For some, success might entail a simple clock-in, clock-out job that allows you to fulfill true passions outside the office. For others, it might be investing 100% of your effort into starting and growing your business, and forging your identity as a self-made entrepreneur. Maybe you prefer a quiet, low-maintenance career that grants you peace and joy to raise a family.
You’ve likely overheard someone say, “When (x) happens, that’s when you know you’ve made it.” Regardless of what others think, you can fill in that blank with whichever words you’d like: getting promoted to your dream position, creating freedom to spend time with family, clocking out before 6 o’clock, moving upstairs to the big office, or anything else that makes you feel successful. Don’t pigeonhole yourself into success defined by the overwork culture. Go forge it for yourself.
#2. Say no without overexplaining or making excuses.
This isn’t elementary school. There’s no need to forge a doctor’s note so you can ditch class to play with friends. There’s no parent hovering over you demanding that you explain yourself. (To be fair, it might feel that way if you work for someone who micromanages or breathes down your neck throughout the workday.)
While this might come as a shock, you are allowed to set healthy boundaries as an adult in the workplace. There’s nothing wrong with prioritizing your mental, emotional, and physical health. Self-care isn’t greedy; it’s crucial.
The next time your boss asks you to stay late or asks why you didn’t answer an email over the weekend, be brave enough to reply assertively, confidently, and professionally. There’s no need to be flustered or guilty. The sooner you set healthy boundaries, the sooner your boss will take the hint, and hopefully begin treating you with the respect you deserve—even if it means standing your ground for a while.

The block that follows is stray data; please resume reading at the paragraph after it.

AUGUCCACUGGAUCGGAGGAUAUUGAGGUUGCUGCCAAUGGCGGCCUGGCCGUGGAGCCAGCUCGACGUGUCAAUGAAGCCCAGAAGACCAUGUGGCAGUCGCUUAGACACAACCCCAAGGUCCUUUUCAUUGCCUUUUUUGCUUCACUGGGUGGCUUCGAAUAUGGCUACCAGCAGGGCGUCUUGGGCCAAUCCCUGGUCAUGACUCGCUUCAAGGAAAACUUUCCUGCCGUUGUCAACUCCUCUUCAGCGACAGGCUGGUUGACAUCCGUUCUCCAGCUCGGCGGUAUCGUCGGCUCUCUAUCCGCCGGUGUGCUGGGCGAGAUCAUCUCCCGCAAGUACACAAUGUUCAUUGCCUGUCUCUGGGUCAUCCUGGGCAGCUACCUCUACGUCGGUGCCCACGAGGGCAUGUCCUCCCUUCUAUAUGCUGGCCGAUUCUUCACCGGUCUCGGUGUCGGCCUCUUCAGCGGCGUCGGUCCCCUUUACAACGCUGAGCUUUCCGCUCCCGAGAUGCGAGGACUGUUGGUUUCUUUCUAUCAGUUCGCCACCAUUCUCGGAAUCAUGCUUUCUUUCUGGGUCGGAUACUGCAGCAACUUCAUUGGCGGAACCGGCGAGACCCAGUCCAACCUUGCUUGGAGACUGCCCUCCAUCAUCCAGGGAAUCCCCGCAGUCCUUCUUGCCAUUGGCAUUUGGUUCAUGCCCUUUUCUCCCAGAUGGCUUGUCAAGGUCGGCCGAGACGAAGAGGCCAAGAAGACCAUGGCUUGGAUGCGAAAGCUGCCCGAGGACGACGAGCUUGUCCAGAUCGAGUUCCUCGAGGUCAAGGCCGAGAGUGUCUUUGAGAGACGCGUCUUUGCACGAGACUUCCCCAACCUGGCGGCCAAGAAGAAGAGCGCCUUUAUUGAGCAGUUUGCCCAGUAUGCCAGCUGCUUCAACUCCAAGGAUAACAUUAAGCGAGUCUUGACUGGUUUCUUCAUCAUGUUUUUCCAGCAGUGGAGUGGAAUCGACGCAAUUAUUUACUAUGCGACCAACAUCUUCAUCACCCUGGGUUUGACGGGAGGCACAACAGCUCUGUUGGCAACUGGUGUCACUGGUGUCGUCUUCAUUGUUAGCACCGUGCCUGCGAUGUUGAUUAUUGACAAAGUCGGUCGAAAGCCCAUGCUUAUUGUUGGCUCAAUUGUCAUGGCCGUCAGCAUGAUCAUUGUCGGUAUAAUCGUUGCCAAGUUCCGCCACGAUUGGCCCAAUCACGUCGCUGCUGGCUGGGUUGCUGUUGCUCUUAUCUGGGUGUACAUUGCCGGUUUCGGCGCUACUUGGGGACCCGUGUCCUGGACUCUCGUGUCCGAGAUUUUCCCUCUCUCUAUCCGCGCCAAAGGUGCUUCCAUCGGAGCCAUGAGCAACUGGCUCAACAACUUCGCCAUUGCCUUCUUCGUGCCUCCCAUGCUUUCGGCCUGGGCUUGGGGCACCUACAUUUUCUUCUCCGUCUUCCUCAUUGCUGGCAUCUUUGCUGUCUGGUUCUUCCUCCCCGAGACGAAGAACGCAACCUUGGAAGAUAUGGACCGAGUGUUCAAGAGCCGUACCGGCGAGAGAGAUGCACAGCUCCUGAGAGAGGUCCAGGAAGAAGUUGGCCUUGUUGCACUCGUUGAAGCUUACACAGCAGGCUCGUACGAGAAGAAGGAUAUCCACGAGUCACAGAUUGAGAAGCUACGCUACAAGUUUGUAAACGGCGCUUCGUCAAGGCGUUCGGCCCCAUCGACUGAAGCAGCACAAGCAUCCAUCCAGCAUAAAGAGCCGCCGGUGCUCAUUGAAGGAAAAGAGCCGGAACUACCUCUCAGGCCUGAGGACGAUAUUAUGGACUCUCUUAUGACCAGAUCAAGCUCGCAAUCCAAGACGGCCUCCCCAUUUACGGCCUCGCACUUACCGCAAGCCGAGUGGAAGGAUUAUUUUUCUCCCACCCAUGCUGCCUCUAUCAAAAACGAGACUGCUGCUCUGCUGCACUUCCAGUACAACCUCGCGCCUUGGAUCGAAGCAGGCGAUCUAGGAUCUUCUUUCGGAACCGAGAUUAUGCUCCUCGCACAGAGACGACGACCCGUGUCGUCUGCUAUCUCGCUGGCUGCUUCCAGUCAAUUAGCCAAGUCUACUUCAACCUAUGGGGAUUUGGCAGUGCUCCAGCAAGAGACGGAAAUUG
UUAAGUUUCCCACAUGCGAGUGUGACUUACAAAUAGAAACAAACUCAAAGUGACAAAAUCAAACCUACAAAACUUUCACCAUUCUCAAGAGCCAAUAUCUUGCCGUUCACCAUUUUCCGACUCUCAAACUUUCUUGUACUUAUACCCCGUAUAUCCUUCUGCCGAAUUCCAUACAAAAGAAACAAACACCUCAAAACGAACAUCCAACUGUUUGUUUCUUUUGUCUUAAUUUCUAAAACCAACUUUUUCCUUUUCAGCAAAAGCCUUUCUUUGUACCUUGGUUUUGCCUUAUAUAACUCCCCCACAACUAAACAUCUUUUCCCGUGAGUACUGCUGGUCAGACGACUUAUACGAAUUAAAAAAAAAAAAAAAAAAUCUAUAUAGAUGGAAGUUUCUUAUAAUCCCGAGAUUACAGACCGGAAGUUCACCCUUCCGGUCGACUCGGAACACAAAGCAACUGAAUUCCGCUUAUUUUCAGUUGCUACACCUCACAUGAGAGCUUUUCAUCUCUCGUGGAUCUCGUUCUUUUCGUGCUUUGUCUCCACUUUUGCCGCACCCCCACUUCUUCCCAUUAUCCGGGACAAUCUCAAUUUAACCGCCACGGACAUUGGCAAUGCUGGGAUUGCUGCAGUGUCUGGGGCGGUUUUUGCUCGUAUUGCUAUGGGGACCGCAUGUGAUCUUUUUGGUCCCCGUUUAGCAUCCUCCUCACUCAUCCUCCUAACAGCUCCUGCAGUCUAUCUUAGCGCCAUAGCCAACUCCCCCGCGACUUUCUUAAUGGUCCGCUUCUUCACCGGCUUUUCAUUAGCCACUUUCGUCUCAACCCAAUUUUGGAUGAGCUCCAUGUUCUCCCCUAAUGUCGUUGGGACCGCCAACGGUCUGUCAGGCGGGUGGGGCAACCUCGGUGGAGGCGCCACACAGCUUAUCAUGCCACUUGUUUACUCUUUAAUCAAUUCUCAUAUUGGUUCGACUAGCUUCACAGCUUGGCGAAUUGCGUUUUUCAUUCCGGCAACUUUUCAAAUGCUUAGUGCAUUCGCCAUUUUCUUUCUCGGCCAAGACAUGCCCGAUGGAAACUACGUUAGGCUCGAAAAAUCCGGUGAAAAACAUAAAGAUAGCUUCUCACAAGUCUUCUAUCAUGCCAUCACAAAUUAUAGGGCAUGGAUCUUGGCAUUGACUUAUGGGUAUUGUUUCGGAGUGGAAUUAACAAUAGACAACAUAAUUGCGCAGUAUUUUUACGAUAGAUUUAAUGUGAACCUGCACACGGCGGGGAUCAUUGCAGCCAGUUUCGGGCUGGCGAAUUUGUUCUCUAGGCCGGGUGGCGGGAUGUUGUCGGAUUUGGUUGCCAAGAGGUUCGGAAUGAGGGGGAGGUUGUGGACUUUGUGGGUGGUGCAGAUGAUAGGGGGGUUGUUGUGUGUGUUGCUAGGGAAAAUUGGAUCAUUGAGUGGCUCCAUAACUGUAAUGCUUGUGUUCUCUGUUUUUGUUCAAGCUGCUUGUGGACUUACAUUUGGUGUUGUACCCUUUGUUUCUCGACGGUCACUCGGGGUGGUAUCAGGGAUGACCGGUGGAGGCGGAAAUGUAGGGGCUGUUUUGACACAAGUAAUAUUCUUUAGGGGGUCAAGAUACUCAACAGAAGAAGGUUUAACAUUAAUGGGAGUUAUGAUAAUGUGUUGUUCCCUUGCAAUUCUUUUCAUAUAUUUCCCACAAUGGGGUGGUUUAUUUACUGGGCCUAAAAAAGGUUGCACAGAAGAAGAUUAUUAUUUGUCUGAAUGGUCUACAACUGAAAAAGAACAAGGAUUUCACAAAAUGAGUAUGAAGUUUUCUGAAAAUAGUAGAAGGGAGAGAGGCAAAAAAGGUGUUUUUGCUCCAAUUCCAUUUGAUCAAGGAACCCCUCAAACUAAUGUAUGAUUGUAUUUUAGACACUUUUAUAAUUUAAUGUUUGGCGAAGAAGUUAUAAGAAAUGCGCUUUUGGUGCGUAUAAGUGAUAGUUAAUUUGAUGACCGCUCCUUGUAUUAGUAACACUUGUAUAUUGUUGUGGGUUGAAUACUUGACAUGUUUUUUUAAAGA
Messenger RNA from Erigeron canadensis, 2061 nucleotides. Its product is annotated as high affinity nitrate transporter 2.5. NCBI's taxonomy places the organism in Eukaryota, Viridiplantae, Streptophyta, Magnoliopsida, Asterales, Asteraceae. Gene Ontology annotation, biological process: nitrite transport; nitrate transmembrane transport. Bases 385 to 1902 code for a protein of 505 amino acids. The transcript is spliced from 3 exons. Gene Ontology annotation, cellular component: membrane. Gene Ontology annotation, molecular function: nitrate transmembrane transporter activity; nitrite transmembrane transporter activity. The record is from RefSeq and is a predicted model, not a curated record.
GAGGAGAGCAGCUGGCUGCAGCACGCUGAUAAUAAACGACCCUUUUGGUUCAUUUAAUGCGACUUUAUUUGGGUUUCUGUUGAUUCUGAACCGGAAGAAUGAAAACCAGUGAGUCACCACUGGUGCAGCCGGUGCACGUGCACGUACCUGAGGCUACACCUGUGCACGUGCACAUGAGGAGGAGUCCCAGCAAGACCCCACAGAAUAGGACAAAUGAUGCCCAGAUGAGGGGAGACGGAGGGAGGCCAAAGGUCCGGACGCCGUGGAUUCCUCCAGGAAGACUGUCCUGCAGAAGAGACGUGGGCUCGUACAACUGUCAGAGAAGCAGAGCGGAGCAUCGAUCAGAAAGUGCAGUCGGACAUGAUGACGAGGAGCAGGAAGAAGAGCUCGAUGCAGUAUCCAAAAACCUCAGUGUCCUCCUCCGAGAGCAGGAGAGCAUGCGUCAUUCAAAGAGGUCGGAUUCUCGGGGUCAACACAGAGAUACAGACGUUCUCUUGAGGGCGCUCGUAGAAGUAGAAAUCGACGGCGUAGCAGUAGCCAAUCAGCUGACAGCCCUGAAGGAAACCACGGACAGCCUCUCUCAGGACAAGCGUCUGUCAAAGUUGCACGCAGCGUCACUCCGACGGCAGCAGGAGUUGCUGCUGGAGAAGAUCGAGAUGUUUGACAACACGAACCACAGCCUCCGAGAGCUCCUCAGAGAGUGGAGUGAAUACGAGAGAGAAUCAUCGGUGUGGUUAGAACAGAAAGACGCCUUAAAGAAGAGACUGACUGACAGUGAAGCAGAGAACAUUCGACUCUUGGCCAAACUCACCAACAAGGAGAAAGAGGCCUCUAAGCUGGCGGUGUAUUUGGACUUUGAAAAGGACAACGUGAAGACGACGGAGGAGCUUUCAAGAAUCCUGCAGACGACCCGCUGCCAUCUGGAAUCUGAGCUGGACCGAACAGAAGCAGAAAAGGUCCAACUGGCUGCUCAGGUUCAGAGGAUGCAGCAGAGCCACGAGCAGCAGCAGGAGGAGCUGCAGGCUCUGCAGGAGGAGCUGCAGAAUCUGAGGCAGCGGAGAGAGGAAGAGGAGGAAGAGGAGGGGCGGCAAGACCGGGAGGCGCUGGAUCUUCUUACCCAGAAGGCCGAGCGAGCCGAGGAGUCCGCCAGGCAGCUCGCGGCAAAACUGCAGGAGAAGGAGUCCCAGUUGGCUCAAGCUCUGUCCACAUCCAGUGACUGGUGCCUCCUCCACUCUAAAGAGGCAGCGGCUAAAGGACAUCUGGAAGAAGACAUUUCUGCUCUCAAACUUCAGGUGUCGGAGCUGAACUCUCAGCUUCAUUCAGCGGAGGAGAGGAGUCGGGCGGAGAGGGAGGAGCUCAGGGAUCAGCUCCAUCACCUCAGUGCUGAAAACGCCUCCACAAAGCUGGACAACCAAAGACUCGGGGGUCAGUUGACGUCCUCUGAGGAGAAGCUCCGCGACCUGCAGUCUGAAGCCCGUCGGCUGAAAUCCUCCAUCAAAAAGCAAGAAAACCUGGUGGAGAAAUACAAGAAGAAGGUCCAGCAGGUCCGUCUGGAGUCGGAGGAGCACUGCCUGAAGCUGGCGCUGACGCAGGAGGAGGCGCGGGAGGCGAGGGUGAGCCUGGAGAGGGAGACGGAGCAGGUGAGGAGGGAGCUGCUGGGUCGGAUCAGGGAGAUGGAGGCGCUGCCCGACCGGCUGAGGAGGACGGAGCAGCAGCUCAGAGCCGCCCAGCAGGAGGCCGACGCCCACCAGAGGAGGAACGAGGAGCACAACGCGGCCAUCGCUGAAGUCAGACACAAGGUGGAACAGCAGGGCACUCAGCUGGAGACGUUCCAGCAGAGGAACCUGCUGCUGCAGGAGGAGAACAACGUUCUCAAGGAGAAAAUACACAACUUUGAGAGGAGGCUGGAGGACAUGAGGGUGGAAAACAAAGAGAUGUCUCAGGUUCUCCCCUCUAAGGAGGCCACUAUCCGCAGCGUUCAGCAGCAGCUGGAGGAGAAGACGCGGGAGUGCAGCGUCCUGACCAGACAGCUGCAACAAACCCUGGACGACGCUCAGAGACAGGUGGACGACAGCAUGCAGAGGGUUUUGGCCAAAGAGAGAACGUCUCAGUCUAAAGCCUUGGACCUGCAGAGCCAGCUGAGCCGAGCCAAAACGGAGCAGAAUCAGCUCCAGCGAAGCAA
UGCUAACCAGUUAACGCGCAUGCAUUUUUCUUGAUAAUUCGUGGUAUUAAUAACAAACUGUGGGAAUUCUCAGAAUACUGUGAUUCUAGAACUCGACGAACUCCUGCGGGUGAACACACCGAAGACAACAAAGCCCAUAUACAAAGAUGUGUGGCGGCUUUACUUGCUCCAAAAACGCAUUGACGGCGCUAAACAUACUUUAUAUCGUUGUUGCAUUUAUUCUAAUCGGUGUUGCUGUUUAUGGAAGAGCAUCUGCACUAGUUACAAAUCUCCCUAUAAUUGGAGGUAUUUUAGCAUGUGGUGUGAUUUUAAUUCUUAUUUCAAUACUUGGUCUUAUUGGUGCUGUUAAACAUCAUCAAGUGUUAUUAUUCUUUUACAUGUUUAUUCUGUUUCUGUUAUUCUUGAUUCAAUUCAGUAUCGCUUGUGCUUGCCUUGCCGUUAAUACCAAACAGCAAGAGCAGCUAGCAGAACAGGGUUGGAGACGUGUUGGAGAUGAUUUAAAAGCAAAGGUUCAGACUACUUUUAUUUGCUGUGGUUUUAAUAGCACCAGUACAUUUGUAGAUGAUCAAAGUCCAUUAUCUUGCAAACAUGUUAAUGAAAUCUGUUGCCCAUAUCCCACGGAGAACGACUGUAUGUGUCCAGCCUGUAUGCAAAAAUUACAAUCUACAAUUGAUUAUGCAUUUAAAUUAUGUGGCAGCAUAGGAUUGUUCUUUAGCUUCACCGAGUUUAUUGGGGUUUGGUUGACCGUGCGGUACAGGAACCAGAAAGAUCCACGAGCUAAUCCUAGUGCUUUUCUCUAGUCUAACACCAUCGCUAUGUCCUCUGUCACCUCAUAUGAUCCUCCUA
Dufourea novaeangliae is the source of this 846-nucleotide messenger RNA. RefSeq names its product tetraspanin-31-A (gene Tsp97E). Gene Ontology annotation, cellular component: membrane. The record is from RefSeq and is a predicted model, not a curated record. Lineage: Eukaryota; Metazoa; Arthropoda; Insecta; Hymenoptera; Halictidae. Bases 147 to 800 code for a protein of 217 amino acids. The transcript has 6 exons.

Regardless of western culture’s normalization of workaholism, keep in mind that overwork and burnout are not normal. You’re allowed to say no, and rest assured that there are federal and state laws in place to protect your employee rights in the event that your employer decides to push back.
#3. Get enough sleep.
Many view the occasional all-nighter as a necessary (and relatively harmless) evil—one easily solved by popping a caffeine pill or an extra espresso shot in your coffee on the way into work. However, poor sleep can derail your life.
While this might seem extreme, the truth is that chronic sleep deprivation can lead to fatal consequences (such as heart failure, diabetes, stroke, and memory loss). Fatigue is reported as the cause of 100,000 car accidents in the U.S. each year, and more common among young people under 25. Other symptoms include poor immune health, low sex drive, and poor performance at work—something that many workaholics are desperate to excel at.
If you want to get ahead in your career, your best chance is to respect your body’s needs by getting adequate sleep. The CDC estimates that 1 in 3 adults don’t get adequate sleep, and recommend getting at least 7 hours of sleep each night for healthy functioning.
Our Firm Is Here to Protect Employees
If you feel disadvantaged, abused, or retaliated against for setting healthy workplace boundaries, you deserve better. No one deserves to work in a high-pressure environment that doesn’t value their efforts or respect their human needs.
Every American worker deserves fair compensation and respect in the workplace. Don’t be one of many employees who routinely work 9.2 hours of unpaid overtime each week. Take action now by seeking legal representation from a skilled employment law attorney. Our firm can advocate on your behalf in order to earn the compensation you rightfully deserve.
At Donati Law, we focus on bettering the lives of each and every client, one client at a time. Call (901) 209-5500 to schedule your consultation today.